The pro-survival effect of VEGF-B has been documented in different in vivo and in vitro models. We have previously shown an enhanced VEGF-B expression in response to candesartan treatment after focal cerebral ischemia. In this study, we aimed to silence VEGF-B expression to assess its contribution to candesartan’s benefit on stroke outcome. Silencing VEGF-B expression was achieved by bilateral intracerebroventricular injections of lentiviral particles containing short hairpin RNA (shRNA) against VEGF-B. Two weeks after lentiviral injections, rats were subjected to either 90 min or 3 h of middle cerebral artery occlusion (MCAO) and randomized to intravenous candesartan (1 mg/kg) or saline at reperfusion. Animals were sacrificed at 24 or 72 h and brains were collected and analyzed for hemoglobin (Hb) excess and infarct size, respectively. Functional outcome at 24, 48 and 72 h was assessed blindly. Candesartan treatment improved neurobehavioral and motor function, and decreased infarct size and Hb. While silencing VEGF-B expression diminished candesartan’s neuroprotective effect, candesartan-mediated vascular protection was maintained even in the absence of VEGF-B suggesting that this growth factor is not the mediator of candesartan’s vascular protective effects. However, VEGF-B is a mediator of neuroprotection achieved by candesartan and represents a potential drug target to improve stroke outcome. Further studies are needed to elucidate the underlying molecular mechanisms of VEGF-B in neuroprotection and recovery after ischemic stroke.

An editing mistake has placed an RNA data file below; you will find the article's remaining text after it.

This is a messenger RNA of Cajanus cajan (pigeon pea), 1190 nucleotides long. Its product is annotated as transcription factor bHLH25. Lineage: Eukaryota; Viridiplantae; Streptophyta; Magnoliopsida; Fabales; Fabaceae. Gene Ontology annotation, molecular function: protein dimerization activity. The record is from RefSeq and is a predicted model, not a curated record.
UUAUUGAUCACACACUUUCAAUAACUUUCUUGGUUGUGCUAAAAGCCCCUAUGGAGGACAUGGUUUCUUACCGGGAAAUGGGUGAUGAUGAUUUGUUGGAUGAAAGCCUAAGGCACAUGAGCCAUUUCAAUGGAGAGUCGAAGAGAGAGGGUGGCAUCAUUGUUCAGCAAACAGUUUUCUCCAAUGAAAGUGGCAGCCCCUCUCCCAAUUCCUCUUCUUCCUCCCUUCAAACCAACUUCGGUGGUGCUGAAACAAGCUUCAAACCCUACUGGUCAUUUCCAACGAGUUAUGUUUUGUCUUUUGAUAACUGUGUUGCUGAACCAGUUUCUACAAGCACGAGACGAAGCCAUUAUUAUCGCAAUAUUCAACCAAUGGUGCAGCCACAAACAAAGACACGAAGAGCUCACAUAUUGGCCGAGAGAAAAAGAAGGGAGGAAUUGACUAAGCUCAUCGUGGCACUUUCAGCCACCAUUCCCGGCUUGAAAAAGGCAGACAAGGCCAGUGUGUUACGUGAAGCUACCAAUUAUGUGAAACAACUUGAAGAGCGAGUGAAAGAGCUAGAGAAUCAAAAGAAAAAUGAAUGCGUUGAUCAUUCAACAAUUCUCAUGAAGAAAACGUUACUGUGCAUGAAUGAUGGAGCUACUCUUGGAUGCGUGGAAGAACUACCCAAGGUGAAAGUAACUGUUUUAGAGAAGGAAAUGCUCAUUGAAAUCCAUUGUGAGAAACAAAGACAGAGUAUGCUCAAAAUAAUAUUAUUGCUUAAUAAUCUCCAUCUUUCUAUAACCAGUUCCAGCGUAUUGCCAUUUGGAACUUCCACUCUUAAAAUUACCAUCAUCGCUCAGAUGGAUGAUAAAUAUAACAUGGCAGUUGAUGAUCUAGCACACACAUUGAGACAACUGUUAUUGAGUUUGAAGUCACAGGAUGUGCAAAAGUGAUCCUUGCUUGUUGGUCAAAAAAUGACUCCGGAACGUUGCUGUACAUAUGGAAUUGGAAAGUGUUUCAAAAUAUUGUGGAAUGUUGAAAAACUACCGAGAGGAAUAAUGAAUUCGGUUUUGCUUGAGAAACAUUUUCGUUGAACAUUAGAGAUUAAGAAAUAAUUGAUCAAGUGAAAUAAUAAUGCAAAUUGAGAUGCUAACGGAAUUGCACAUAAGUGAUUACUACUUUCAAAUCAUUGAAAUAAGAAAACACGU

- Angiotensin II type-1 receptor blocker (ARB)
- Vascular endothelial growth factor-B (VEGF-B)
ASJC Scopus subject areas
- Cellular and Molecular Neuroscience